CCBC Sets Up COVID Screening For Face-To-Face Classes
Four-year colleges across the country are deciding whether it’s safe to have in-person, classroom instruction. So are community colleges.
The Community College of Baltimore County is offering some in-person classes. But before you set foot on campus to get to that class, you will have to pass a test, a screening for COVID-19.
When you drive up to the entrance of the Community College of Baltimore County’s Essex campus, you are stopped at a checkpoint. While sitting in your car you will be screened by a safety monitor, like Sophia DeVito.
“A couple of questions and a temperature check,” DeVito said.
You’re asked if you’ve lost the ability to taste or smell in the past 24 hours, if you’ve had symptoms like a cough, fever, or sore throat, or in the past two weeks have been in contact with someone who has COVID-19.
If you pass you get a smiley sticker that says “CCBC Cares” on it. There’s a different color sticker each day, so no cheating.
Another part of DeVito’s job is to patrol the campus. If you’re not wearing a sticker, a safety monitor screens you on the spot. They also hand out face masks for people who don’t have them, and clean touchpoints.
“Everyone’s been very appreciative, very nice about it,” DeVito said. “It’s been good for everyone, I think.”
Melissa Hopp, the Vice President of Administrative Services for CCBC, said about 100 safety monitors have been hired at around $13 an hour for the school’s three campuses and its extension centers. Hopp said they are handing out 600 to 700 stickers a day. She said the screening is working.
“There have been, you know not a lot, but you know under 50 people who have been turned away from campus because of the screening,” Hopp said. “That’s a good thing.”
The fact that people are driving on and off campus and not living there is an advantage when it comes to COVID-19, according to Martha Parham with the American Association of Community Colleges.
“They don’t have students who are spending the night so they have opportunities to sanitize facilities and things like that,” Parham said.
While CCBC is offering a hybrid of online and in-class instruction, Baltimore City Community College is all online.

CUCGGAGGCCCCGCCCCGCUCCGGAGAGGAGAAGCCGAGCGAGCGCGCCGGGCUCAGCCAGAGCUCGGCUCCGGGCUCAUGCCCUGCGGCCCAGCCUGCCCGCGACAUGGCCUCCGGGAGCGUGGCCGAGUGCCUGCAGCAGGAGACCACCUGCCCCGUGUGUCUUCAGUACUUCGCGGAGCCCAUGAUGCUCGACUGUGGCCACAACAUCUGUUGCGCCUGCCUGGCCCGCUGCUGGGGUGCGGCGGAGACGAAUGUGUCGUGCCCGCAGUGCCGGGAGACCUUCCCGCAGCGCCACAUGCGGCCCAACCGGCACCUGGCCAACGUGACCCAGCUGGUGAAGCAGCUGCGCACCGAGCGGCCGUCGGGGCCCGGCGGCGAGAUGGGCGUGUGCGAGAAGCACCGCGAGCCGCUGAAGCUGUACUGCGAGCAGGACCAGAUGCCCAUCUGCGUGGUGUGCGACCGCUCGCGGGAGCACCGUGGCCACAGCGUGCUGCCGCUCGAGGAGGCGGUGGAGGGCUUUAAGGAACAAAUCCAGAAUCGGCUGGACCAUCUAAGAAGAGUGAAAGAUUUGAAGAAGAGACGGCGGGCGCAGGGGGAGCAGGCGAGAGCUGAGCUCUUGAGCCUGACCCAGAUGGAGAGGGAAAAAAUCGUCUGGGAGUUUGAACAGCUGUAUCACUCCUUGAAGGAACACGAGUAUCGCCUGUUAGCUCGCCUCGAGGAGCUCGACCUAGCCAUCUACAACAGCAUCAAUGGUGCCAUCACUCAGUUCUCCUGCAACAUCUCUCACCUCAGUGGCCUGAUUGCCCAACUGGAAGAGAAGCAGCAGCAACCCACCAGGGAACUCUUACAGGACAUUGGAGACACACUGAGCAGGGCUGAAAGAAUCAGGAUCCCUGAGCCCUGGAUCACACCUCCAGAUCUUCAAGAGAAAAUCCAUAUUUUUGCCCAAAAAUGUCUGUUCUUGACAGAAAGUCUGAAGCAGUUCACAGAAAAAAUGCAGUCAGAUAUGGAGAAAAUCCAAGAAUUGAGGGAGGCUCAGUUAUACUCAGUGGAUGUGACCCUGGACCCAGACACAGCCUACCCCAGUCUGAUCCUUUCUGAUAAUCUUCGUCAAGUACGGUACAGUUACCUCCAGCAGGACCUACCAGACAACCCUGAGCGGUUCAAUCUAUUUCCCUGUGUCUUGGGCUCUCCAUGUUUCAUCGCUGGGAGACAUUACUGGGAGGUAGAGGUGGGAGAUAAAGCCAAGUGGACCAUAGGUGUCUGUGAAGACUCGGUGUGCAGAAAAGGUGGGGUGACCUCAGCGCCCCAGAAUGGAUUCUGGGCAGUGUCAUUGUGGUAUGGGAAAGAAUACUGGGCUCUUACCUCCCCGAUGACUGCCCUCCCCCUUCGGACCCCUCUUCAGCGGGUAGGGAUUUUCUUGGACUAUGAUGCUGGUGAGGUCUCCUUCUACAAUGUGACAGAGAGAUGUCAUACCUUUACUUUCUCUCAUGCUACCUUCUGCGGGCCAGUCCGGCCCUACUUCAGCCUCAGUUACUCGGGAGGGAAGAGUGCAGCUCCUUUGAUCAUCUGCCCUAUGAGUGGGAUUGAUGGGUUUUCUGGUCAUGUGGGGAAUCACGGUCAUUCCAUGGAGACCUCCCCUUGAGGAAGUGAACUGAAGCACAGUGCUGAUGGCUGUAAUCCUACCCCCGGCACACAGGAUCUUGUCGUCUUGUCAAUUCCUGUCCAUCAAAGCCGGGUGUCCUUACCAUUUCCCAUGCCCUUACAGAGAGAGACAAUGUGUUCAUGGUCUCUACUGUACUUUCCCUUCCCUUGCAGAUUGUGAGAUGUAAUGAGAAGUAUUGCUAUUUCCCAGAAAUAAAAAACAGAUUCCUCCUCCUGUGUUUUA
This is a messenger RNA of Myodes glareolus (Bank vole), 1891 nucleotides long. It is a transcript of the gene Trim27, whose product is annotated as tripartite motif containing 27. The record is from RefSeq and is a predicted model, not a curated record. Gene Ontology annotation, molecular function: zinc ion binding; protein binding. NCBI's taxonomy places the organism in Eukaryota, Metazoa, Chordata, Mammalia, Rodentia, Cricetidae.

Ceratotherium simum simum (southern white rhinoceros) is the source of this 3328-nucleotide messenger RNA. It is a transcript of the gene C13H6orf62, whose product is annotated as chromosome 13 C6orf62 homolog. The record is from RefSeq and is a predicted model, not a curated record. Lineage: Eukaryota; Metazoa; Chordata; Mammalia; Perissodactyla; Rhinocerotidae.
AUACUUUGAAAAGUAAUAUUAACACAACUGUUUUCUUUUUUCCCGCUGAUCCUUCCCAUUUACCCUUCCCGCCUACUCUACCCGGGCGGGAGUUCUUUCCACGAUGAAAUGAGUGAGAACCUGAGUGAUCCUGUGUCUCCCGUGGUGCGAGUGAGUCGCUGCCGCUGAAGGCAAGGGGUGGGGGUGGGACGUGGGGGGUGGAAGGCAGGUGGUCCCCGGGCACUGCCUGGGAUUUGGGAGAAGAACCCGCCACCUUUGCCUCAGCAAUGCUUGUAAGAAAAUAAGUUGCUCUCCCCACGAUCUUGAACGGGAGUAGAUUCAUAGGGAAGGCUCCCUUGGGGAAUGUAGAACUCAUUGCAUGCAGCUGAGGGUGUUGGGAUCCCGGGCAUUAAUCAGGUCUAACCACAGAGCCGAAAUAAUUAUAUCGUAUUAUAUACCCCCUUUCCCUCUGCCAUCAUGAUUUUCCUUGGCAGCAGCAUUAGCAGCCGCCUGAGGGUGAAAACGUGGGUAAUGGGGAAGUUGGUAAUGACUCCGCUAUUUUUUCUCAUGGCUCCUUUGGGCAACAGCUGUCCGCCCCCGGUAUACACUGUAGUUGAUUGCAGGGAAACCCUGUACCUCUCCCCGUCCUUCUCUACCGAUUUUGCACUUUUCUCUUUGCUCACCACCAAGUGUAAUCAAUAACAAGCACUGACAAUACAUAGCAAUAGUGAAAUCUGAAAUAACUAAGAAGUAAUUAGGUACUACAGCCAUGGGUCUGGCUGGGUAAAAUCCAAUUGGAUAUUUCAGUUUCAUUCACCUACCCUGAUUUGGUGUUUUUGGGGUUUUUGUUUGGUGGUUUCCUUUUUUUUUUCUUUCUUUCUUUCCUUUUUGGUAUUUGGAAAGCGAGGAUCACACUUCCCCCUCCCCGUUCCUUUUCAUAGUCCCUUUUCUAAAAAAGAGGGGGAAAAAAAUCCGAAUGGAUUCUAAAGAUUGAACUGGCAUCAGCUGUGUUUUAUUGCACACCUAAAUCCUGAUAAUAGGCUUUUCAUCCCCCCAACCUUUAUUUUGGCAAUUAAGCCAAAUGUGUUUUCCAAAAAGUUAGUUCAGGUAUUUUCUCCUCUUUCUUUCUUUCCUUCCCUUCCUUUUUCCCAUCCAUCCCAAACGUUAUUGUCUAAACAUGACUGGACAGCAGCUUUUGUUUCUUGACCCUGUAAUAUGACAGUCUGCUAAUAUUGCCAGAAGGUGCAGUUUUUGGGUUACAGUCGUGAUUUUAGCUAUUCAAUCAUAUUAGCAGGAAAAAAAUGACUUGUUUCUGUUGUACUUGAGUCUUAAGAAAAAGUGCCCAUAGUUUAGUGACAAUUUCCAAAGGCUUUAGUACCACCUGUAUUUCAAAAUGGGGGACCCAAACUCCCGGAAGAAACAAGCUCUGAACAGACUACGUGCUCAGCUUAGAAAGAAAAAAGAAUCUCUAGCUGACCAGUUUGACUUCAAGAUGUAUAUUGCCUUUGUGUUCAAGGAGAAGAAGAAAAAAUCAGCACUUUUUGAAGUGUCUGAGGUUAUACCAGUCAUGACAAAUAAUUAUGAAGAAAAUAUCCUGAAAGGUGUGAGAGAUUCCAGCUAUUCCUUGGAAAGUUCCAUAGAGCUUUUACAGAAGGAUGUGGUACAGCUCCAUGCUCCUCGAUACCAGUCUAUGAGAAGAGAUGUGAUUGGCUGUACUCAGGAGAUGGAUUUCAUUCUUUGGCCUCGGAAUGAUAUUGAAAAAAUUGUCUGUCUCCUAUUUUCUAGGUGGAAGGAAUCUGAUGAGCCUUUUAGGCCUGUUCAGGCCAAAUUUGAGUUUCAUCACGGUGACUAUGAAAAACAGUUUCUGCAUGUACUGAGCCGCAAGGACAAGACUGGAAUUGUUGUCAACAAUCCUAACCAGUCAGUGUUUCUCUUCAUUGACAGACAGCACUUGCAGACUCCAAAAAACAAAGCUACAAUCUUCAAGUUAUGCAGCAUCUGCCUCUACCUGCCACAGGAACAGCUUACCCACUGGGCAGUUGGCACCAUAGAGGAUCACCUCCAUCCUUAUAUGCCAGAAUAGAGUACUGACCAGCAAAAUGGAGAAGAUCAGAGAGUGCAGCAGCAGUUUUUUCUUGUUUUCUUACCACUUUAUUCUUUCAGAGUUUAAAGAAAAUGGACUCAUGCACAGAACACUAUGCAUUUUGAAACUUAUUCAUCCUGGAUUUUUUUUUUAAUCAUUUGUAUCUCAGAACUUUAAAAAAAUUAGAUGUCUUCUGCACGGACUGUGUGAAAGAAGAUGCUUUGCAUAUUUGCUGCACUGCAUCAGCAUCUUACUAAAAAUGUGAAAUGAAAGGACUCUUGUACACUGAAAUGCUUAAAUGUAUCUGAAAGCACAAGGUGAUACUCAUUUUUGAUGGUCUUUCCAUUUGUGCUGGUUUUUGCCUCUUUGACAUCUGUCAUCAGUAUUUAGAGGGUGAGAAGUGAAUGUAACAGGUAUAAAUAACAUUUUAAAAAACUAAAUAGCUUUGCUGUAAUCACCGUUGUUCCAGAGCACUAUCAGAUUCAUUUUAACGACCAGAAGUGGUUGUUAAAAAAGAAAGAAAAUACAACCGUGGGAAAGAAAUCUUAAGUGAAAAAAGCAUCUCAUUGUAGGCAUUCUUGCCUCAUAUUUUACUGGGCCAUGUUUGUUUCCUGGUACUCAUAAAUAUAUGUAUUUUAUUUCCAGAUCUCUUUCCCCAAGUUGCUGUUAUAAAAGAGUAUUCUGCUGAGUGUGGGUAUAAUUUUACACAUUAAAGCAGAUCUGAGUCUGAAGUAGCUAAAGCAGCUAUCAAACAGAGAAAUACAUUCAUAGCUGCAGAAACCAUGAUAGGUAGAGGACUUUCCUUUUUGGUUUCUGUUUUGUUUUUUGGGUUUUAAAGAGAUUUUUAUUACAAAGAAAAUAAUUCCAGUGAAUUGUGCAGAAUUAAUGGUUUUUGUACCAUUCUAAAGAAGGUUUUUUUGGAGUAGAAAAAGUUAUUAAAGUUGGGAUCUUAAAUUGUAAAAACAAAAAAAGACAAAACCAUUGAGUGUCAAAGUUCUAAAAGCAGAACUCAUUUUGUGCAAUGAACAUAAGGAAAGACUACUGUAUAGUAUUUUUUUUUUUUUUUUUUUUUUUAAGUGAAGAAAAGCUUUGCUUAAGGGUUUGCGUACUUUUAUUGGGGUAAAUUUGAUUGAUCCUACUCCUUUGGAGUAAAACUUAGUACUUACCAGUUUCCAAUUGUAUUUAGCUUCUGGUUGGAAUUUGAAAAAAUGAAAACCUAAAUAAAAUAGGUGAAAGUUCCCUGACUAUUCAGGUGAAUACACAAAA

Parham said community colleges across the country are making different decisions about in-person classes.
The pandemic also has community colleges trying to figure out how to reduce or eliminate the cost of going to a two year school.
Parham said, “If you consider that community college students, the majority of them work, and so with the economic and employment downturn that happened because of COVID, if they don’t have jobs, they certainly don’t have money for tuition regardless of how low it is.”
Sandra Kurtinitis, the president of CCBC, said they are pooling what money they can to make CCBC tuition free for as many students as possible. This includes grants, scholarships, and $10 million in COVID stimulus money. Add it all up and Kurtinitis says it comes to around $35 million.
“Our slogan says something like, ‘Tuition free, click here and see if you qualify,’” Kurtinitis said.
The pandemic has wrecked the nation’s economy. Kurtinitis said the school is looking for ways it can help people who are going to come out of this in trouble.
“They’re going to come out of it without jobs,” Kurtinitis said. They’re going to come out of realizing they can’t go away to school. They’re going to come out of it realizing they just graduated high school and they’re not sure what they can do.”
Kurtinitis said in previous years, about 45% of CCBC students received financial aid. She expects that now will increase to about 50 or 55%. Kurtinitis also hopes it will help the school stabilize its enrollment, which has been declining.